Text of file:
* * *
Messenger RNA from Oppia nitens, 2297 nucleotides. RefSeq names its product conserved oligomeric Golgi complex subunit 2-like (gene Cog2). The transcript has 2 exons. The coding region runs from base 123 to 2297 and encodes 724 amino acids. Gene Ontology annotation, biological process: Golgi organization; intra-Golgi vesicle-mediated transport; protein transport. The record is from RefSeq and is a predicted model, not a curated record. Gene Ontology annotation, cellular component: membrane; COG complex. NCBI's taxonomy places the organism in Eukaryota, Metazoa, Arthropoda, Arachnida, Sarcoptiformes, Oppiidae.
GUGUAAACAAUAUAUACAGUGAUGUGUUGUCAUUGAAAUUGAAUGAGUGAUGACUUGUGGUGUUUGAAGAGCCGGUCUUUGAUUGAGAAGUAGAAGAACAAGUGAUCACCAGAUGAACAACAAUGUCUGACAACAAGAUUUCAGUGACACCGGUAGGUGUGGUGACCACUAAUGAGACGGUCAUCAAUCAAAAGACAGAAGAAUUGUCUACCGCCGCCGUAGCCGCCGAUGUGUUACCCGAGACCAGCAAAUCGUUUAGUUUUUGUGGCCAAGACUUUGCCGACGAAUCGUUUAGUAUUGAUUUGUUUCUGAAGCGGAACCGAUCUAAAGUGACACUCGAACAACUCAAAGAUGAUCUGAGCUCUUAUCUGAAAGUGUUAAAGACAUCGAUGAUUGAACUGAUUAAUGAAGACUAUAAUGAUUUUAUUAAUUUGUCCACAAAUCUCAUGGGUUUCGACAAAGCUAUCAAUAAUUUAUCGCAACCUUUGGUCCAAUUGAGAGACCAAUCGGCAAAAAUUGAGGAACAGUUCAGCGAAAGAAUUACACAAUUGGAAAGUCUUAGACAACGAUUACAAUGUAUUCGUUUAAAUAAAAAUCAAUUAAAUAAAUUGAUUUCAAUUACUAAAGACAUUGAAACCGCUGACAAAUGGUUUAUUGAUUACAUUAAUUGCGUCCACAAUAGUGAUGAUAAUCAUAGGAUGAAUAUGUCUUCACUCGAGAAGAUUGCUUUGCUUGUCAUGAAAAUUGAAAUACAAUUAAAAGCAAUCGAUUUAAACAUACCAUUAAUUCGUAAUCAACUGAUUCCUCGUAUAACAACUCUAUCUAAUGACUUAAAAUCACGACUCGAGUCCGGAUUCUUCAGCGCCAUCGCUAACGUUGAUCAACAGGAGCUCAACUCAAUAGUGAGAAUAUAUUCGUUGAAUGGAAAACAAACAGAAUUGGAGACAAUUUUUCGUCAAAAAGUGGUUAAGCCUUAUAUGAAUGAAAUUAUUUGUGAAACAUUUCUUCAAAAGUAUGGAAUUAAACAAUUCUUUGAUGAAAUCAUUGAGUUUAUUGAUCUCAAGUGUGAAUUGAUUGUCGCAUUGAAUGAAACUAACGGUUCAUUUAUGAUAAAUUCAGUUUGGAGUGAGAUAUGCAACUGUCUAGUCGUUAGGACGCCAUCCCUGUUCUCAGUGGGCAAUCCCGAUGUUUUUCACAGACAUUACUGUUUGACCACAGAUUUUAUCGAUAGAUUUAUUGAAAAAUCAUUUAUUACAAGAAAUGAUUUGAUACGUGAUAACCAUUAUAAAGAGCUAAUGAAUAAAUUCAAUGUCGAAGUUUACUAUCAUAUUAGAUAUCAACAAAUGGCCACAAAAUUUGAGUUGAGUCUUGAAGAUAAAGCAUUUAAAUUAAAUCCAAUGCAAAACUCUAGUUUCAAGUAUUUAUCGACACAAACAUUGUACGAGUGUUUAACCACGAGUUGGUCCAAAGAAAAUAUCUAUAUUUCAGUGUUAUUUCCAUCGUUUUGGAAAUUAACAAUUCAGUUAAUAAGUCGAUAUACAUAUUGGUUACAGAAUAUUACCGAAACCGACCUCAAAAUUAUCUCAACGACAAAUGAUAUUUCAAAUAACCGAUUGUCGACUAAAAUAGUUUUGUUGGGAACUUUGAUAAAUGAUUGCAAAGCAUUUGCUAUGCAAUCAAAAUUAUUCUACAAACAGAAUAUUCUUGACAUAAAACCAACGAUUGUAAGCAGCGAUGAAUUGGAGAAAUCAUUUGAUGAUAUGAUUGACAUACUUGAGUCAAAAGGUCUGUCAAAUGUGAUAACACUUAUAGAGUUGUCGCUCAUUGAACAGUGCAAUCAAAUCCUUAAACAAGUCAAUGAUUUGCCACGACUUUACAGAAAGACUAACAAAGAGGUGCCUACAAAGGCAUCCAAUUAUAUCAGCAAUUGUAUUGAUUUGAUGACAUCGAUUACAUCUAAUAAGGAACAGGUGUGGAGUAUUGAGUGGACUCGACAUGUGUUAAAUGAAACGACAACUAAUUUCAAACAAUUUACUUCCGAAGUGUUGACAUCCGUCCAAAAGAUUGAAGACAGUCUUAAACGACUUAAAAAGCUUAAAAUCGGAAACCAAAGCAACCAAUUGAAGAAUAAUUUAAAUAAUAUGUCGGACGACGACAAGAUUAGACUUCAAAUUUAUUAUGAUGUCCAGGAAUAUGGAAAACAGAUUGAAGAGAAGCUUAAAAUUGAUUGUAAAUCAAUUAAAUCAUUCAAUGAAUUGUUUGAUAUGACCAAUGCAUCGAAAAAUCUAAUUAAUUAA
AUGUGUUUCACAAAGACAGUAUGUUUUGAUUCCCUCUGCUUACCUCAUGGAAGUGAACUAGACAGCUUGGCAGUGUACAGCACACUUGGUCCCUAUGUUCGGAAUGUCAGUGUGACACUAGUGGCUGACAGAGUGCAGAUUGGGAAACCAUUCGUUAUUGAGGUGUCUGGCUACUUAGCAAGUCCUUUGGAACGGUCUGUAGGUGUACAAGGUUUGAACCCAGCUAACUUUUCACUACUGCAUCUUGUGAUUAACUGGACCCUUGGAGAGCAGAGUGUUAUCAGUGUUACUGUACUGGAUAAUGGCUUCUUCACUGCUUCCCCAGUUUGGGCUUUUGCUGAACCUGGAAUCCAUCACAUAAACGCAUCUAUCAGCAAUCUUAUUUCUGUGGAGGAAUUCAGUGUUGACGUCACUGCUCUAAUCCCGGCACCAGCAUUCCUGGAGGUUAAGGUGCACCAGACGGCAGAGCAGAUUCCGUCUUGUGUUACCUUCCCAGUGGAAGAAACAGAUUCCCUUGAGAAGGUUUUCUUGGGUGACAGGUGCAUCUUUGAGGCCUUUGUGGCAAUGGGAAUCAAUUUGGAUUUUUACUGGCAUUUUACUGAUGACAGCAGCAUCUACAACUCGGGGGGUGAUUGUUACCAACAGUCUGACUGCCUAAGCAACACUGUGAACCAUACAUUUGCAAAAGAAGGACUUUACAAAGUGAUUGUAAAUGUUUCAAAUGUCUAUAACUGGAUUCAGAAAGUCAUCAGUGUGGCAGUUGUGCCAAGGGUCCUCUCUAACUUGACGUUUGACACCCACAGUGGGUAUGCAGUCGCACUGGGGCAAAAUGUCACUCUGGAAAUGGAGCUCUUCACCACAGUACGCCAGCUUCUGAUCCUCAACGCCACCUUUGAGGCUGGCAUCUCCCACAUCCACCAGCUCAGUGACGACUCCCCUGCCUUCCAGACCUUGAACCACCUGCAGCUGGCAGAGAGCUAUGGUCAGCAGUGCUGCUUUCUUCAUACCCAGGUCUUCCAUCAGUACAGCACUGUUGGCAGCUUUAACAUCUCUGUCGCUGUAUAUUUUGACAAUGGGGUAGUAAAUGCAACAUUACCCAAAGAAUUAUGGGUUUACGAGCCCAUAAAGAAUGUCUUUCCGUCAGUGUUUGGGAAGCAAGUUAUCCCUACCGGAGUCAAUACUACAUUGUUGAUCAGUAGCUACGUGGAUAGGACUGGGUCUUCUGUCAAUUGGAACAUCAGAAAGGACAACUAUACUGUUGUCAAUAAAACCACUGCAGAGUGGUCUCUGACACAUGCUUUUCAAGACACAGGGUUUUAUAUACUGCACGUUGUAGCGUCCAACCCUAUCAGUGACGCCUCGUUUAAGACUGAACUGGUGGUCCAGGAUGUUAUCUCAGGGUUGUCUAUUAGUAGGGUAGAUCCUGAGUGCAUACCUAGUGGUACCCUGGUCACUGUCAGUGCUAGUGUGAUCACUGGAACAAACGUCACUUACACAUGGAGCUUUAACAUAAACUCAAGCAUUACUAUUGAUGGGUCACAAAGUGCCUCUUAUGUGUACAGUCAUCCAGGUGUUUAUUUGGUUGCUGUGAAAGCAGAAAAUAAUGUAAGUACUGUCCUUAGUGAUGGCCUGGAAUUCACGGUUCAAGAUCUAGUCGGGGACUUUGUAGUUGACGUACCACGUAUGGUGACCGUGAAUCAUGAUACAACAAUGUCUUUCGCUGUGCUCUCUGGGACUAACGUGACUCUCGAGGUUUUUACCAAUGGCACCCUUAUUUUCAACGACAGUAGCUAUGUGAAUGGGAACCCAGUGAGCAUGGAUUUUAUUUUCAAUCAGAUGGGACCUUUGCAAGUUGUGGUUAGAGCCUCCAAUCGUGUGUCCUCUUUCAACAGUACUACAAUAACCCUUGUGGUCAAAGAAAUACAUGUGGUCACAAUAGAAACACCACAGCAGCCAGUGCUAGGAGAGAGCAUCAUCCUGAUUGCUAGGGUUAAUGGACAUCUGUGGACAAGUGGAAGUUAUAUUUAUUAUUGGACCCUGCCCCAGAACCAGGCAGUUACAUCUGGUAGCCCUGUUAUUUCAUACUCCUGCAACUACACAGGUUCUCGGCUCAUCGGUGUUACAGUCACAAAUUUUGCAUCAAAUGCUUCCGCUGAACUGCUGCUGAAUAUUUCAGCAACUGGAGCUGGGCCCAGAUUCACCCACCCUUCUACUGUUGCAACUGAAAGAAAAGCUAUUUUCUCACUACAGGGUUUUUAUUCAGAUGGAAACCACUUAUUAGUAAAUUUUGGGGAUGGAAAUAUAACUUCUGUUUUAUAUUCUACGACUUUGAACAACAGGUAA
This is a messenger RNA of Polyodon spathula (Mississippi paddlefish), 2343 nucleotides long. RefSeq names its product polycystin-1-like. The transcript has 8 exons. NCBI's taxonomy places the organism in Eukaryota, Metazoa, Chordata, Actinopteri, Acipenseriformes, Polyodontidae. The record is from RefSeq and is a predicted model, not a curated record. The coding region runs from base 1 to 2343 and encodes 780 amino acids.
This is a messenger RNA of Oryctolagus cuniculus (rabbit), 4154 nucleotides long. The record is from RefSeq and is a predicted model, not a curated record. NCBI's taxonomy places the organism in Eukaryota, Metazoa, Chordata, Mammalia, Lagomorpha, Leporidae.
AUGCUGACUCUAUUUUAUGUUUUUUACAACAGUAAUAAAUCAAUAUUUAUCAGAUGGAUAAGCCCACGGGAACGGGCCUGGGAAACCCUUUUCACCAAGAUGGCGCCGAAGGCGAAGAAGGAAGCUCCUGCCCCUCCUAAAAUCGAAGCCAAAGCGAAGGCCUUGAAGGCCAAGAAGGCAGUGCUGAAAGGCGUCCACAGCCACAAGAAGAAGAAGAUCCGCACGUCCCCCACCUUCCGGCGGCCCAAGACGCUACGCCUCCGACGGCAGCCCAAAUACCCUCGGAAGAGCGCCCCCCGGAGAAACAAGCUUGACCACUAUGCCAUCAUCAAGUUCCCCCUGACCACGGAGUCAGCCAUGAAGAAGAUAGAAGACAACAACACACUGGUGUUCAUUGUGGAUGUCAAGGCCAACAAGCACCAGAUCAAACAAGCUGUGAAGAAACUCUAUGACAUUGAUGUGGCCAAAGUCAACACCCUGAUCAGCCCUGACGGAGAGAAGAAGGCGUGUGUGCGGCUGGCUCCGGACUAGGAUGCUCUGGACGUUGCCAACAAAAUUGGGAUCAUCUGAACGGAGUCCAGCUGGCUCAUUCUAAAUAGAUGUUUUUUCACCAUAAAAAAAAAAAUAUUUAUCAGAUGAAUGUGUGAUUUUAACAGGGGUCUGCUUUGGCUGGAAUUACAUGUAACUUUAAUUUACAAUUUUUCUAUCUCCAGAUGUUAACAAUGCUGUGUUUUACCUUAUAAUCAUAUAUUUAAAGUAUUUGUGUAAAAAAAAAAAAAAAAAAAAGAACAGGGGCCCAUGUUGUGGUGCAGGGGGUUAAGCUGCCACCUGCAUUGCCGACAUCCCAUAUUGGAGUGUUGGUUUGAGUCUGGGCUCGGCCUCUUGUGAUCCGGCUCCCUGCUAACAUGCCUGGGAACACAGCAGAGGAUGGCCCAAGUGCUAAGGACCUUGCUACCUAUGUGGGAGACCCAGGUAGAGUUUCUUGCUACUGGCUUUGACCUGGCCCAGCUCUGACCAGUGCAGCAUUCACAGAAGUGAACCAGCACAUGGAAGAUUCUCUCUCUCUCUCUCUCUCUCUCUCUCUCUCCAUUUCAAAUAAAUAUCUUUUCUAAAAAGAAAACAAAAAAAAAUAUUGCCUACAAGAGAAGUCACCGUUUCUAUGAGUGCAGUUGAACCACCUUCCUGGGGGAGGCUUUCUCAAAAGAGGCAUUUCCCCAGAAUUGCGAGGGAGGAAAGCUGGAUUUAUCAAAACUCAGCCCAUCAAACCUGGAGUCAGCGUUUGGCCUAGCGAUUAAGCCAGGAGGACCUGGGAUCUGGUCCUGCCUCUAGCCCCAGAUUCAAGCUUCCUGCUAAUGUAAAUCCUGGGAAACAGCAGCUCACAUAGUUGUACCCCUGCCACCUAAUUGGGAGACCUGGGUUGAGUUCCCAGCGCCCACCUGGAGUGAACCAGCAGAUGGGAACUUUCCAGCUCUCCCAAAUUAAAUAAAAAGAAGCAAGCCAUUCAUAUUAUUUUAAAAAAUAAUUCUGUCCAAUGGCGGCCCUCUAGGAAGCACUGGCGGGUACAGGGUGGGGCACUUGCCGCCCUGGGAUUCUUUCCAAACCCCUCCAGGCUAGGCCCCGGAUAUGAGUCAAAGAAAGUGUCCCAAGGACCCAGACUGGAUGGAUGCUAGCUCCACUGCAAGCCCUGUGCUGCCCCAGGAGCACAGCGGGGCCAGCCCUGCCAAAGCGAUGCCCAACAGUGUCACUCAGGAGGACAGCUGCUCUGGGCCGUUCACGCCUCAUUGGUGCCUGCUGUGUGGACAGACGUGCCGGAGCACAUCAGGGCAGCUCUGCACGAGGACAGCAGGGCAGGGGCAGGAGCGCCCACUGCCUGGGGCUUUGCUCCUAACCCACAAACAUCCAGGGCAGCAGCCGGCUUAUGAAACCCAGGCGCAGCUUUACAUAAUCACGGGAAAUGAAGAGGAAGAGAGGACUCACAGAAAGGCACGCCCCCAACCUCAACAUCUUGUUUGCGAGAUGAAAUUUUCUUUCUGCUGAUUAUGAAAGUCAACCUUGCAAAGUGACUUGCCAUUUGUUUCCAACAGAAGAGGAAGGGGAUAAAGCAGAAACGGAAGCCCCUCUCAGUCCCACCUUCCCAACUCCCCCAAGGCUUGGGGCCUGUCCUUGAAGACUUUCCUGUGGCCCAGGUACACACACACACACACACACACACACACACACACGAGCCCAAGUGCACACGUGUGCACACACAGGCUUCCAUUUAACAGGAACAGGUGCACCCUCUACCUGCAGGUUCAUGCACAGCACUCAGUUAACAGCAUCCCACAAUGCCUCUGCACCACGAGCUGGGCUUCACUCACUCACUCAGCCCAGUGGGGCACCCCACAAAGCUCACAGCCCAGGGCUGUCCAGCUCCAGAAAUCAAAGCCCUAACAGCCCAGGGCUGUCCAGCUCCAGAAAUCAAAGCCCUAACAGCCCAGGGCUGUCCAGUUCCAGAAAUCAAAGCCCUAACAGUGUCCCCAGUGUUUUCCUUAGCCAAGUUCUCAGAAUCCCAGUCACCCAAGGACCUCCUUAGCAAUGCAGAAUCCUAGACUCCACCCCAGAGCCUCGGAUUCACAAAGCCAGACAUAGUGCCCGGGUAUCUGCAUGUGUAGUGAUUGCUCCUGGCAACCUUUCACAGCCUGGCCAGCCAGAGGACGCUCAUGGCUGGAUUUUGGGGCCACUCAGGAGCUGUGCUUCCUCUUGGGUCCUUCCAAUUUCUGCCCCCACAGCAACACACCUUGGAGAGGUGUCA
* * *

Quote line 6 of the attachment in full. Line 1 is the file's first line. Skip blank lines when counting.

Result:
AUGCUGACUCUAUUUUAUGUUUUUUACAACAGUAAUAAAUCAAUAUUUAUCAGAUGGAUAAGCCCACGGGAACGGGCCUGGGAAACCCUUUUCACCAAGAUGGCGCCGAAGGCGAAGAAGGAAGCUCCUGCCCCUCCUAAAAUCGAAGCCAAAGCGAAGGCCUUGAAGGCCAAGAAGGCAGUGCUGAAAGGCGUCCACAGCCACAAGAAGAAGAAGAUCCGCACGUCCCCCACCUUCCGGCGGCCCAAGACGCUACGCCUCCGACGGCAGCCCAAAUACCCUCGGAAGAGCGCCCCCCGGAGAAACAAGCUUGACCACUAUGCCAUCAUCAAGUUCCCCCUGACCACGGAGUCAGCCAUGAAGAAGAUAGAAGACAACAACACACUGGUGUUCAUUGUGGAUGUCAAGGCCAACAAGCACCAGAUCAAACAAGCUGUGAAGAAACUCUAUGACAUUGAUGUGGCCAAAGUCAACACCCUGAUCAGCCCUGACGGAGAGAAGAAGGCGUGUGUGCGGCUGGCUCCGGACUAGGAUGCUCUGGACGUUGCCAACAAAAUUGGGAUCAUCUGAACGGAGUCCAGCUGGCUCAUUCUAAAUAGAUGUUUUUUCACCAUAAAAAAAAAAAUAUUUAUCAGAUGAAUGUGUGAUUUUAACAGGGGUCUGCUUUGGCUGGAAUUACAUGUAACUUUAAUUUACAAUUUUUCUAUCUCCAGAUGUUAACAAUGCUGUGUUUUACCUUAUAAUCAUAUAUUUAAAGUAUUUGUGUAAAAAAAAAAAAAAAAAAAAGAACAGGGGCCCAUGUUGUGGUGCAGGGGGUUAAGCUGCCACCUGCAUUGCCGACAUCCCAUAUUGGAGUGUUGGUUUGAGUCUGGGCUCGGCCUCUUGUGAUCCGGCUCCCUGCUAACAUGCCUGGGAACACAGCAGAGGAUGGCCCAAGUGCUAAGGACCUUGCUACCUAUGUGGGAGACCCAGGUAGAGUUUCUUGCUACUGGCUUUGACCUGGCCCAGCUCUGACCAGUGCAGCAUUCACAGAAGUGAACCAGCACAUGGAAGAUUCUCUCUCUCUCUCUCUCUCUCUCUCUCUCUCCAUUUCAAAUAAAUAUCUUUUCUAAAAAGAAAACAAAAAAAAAUAUUGCCUACAAGAGAAGUCACCGUUUCUAUGAGUGCAGUUGAACCACCUUCCUGGGGGAGGCUUUCUCAAAAGAGGCAUUUCCCCAGAAUUGCGAGGGAGGAAAGCUGGAUUUAUCAAAACUCAGCCCAUCAAACCUGGAGUCAGCGUUUGGCCUAGCGAUUAAGCCAGGAGGACCUGGGAUCUGGUCCUGCCUCUAGCCCCAGAUUCAAGCUUCCUGCUAAUGUAAAUCCUGGGAAACAGCAGCUCACAUAGUUGUACCCCUGCCACCUAAUUGGGAGACCUGGGUUGAGUUCCCAGCGCCCACCUGGAGUGAACCAGCAGAUGGGAACUUUCCAGCUCUCCCAAAUUAAAUAAAAAGAAGCAAGCCAUUCAUAUUAUUUUAAAAAAUAAUUCUGUCCAAUGGCGGCCCUCUAGGAAGCACUGGCGGGUACAGGGUGGGGCACUUGCCGCCCUGGGAUUCUUUCCAAACCCCUCCAGGCUAGGCCCCGGAUAUGAGUCAAAGAAAGUGUCCCAAGGACCCAGACUGGAUGGAUGCUAGCUCCACUGCAAGCCCUGUGCUGCCCCAGGAGCACAGCGGGGCCAGCCCUGCCAAAGCGAUGCCCAACAGUGUCACUCAGGAGGACAGCUGCUCUGGGCCGUUCACGCCUCAUUGGUGCCUGCUGUGUGGACAGACGUGCCGGAGCACAUCAGGGCAGCUCUGCACGAGGACAGCAGGGCAGGGGCAGGAGCGCCCACUGCCUGGGGCUUUGCUCCUAACCCACAAACAUCCAGGGCAGCAGCCGGCUUAUGAAACCCAGGCGCAGCUUUACAUAAUCACGGGAAAUGAAGAGGAAGAGAGGACUCACAGAAAGGCACGCCCCCAACCUCAACAUCUUGUUUGCGAGAUGAAAUUUUCUUUCUGCUGAUUAUGAAAGUCAACCUUGCAAAGUGACUUGCCAUUUGUUUCCAACAGAAGAGGAAGGGGAUAAAGCAGAAACGGAAGCCCCUCUCAGUCCCACCUUCCCAACUCCCCCAAGGCUUGGGGCCUGUCCUUGAAGACUUUCCUGUGGCCCAGGUACACACACACACACACACACACACACACACACACGAGCCCAAGUGCACACGUGUGCACACACAGGCUUCCAUUUAACAGGAACAGGUGCACCCUCUACCUGCAGGUUCAUGCACAGCACUCAGUUAACAGCAUCCCACAAUGCCUCUGCACCACGAGCUGGGCUUCACUCACUCACUCAGCCCAGUGGGGCACCCCACAAAGCUCACAGCCCAGGGCUGUCCAGCUCCAGAAAUCAAAGCCCUAACAGCCCAGGGCUGUCCAGCUCCAGAAAUCAAAGCCCUAACAGCCCAGGGCUGUCCAGUUCCAGAAAUCAAAGCCCUAACAGUGUCCCCAGUGUUUUCCUUAGCCAAGUUCUCAGAAUCCCAGUCACCCAAGGACCUCCUUAGCAAUGCAGAAUCCUAGACUCCACCCCAGAGCCUCGGAUUCACAAAGCCAGACAUAGUGCCCGGGUAUCUGCAUGUGUAGUGAUUGCUCCUGGCAACCUUUCACAGCCUGGCCAGCCAGAGGACGCUCAUGGCUGGAUUUUGGGGCCACUCAGGAGCUGUGCUUCCUCUUGGGUCCUUCCAAUUUCUGCCCCCACAGCAACACACCUUGGAGAGGUGUCA